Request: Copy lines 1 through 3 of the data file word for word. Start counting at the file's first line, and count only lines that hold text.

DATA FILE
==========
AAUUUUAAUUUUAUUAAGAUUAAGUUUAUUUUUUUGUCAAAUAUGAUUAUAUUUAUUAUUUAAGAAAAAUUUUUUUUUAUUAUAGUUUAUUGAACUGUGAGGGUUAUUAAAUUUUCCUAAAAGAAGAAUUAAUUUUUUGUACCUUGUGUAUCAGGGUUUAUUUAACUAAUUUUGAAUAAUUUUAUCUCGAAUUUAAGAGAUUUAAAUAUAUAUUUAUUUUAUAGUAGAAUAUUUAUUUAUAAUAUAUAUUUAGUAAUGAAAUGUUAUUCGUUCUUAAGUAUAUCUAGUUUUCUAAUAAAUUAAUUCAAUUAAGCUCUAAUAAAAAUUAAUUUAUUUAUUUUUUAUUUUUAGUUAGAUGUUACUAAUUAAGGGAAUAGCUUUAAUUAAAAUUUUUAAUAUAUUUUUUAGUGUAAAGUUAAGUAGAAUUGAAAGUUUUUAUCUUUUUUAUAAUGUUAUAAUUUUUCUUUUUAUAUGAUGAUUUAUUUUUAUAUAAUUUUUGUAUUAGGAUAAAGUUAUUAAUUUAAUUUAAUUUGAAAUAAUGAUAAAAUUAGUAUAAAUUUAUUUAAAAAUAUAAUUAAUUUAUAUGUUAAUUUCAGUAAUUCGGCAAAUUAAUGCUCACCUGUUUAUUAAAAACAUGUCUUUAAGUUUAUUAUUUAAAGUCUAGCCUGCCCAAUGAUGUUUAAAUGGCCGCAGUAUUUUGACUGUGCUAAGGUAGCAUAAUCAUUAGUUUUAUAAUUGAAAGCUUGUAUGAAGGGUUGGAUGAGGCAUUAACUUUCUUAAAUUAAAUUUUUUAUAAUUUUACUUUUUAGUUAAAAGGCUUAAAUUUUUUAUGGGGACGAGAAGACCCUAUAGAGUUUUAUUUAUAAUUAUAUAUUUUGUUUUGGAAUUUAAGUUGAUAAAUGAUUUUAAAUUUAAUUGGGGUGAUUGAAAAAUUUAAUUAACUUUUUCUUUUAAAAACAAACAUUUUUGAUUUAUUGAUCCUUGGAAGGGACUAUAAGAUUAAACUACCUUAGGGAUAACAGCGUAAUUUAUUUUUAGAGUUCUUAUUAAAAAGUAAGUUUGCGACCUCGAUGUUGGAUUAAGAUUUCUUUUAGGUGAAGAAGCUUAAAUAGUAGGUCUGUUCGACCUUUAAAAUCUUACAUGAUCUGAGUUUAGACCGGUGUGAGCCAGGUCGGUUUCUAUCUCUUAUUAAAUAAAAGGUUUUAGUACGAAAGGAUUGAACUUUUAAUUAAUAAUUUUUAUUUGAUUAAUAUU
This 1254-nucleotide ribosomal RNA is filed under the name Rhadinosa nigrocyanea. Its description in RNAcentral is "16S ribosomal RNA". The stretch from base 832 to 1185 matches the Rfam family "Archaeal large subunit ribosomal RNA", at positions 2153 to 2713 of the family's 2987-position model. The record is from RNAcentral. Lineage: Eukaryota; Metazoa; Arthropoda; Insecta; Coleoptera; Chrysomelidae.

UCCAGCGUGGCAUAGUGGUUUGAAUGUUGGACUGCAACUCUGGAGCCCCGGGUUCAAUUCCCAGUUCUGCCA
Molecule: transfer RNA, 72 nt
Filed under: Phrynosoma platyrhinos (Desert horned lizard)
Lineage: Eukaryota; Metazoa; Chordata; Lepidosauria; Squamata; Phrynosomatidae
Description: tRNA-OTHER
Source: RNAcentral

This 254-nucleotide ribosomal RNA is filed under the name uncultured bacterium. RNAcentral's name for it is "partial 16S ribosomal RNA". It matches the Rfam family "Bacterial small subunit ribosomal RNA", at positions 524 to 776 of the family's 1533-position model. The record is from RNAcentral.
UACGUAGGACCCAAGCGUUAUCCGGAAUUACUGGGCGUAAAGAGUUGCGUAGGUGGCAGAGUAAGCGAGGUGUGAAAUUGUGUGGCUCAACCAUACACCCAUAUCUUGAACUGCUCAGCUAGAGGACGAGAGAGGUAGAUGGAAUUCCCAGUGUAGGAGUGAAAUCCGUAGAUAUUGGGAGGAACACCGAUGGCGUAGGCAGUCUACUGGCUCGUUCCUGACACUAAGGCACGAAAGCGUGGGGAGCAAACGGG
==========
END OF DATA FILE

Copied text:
AAUUUUAAUUUUAUUAAGAUUAAGUUUAUUUUUUUGUCAAAUAUGAUUAUAUUUAUUAUUUAAGAAAAAUUUUUUUUUAUUAUAGUUUAUUGAACUGUGAGGGUUAUUAAAUUUUCCUAAAAGAAGAAUUAAUUUUUUGUACCUUGUGUAUCAGGGUUUAUUUAACUAAUUUUGAAUAAUUUUAUCUCGAAUUUAAGAGAUUUAAAUAUAUAUUUAUUUUAUAGUAGAAUAUUUAUUUAUAAUAUAUAUUUAGUAAUGAAAUGUUAUUCGUUCUUAAGUAUAUCUAGUUUUCUAAUAAAUUAAUUCAAUUAAGCUCUAAUAAAAAUUAAUUUAUUUAUUUUUUAUUUUUAGUUAGAUGUUACUAAUUAAGGGAAUAGCUUUAAUUAAAAUUUUUAAUAUAUUUUUUAGUGUAAAGUUAAGUAGAAUUGAAAGUUUUUAUCUUUUUUAUAAUGUUAUAAUUUUUCUUUUUAUAUGAUGAUUUAUUUUUAUAUAAUUUUUGUAUUAGGAUAAAGUUAUUAAUUUAAUUUAAUUUGAAAUAAUGAUAAAAUUAGUAUAAAUUUAUUUAAAAAUAUAAUUAAUUUAUAUGUUAAUUUCAGUAAUUCGGCAAAUUAAUGCUCACCUGUUUAUUAAAAACAUGUCUUUAAGUUUAUUAUUUAAAGUCUAGCCUGCCCAAUGAUGUUUAAAUGGCCGCAGUAUUUUGACUGUGCUAAGGUAGCAUAAUCAUUAGUUUUAUAAUUGAAAGCUUGUAUGAAGGGUUGGAUGAGGCAUUAACUUUCUUAAAUUAAAUUUUUUAUAAUUUUACUUUUUAGUUAAAAGGCUUAAAUUUUUUAUGGGGACGAGAAGACCCUAUAGAGUUUUAUUUAUAAUUAUAUAUUUUGUUUUGGAAUUUAAGUUGAUAAAUGAUUUUAAAUUUAAUUGGGGUGAUUGAAAAAUUUAAUUAACUUUUUCUUUUAAAAACAAACAUUUUUGAUUUAUUGAUCCUUGGAAGGGACUAUAAGAUUAAACUACCUUAGGGAUAACAGCGUAAUUUAUUUUUAGAGUUCUUAUUAAAAAGUAAGUUUGCGACCUCGAUGUUGGAUUAAGAUUUCUUUUAGGUGAAGAAGCUUAAAUAGUAGGUCUGUUCGACCUUUAAAAUCUUACAUGAUCUGAGUUUAGACCGGUGUGAGCCAGGUCGGUUUCUAUCUCUUAUUAAAUAAAAGGUUUUAGUACGAAAGGAUUGAACUUUUAAUUAAUAAUUUUUAUUUGAUUAAUAUU
This 1254-nucleotide ribosomal RNA is filed under the name Rhadinosa nigrocyanea. Its description in RNAcentral is "16S ribosomal RNA". The stretch from base 832 to 1185 matches the Rfam family "Archaeal large subunit ribosomal RNA", at positions 2153 to 2713 of the family's 2987-position model. The record is from RNAcentral. Lineage: Eukaryota; Metazoa; Arthropoda; Insecta; Coleoptera; Chrysomelidae.

UCCAGCGUGGCAUAGUGGUUUGAAUGUUGGACUGCAACUCUGGAGCCCCGGGUUCAAUUCCCAGUUCUGCCA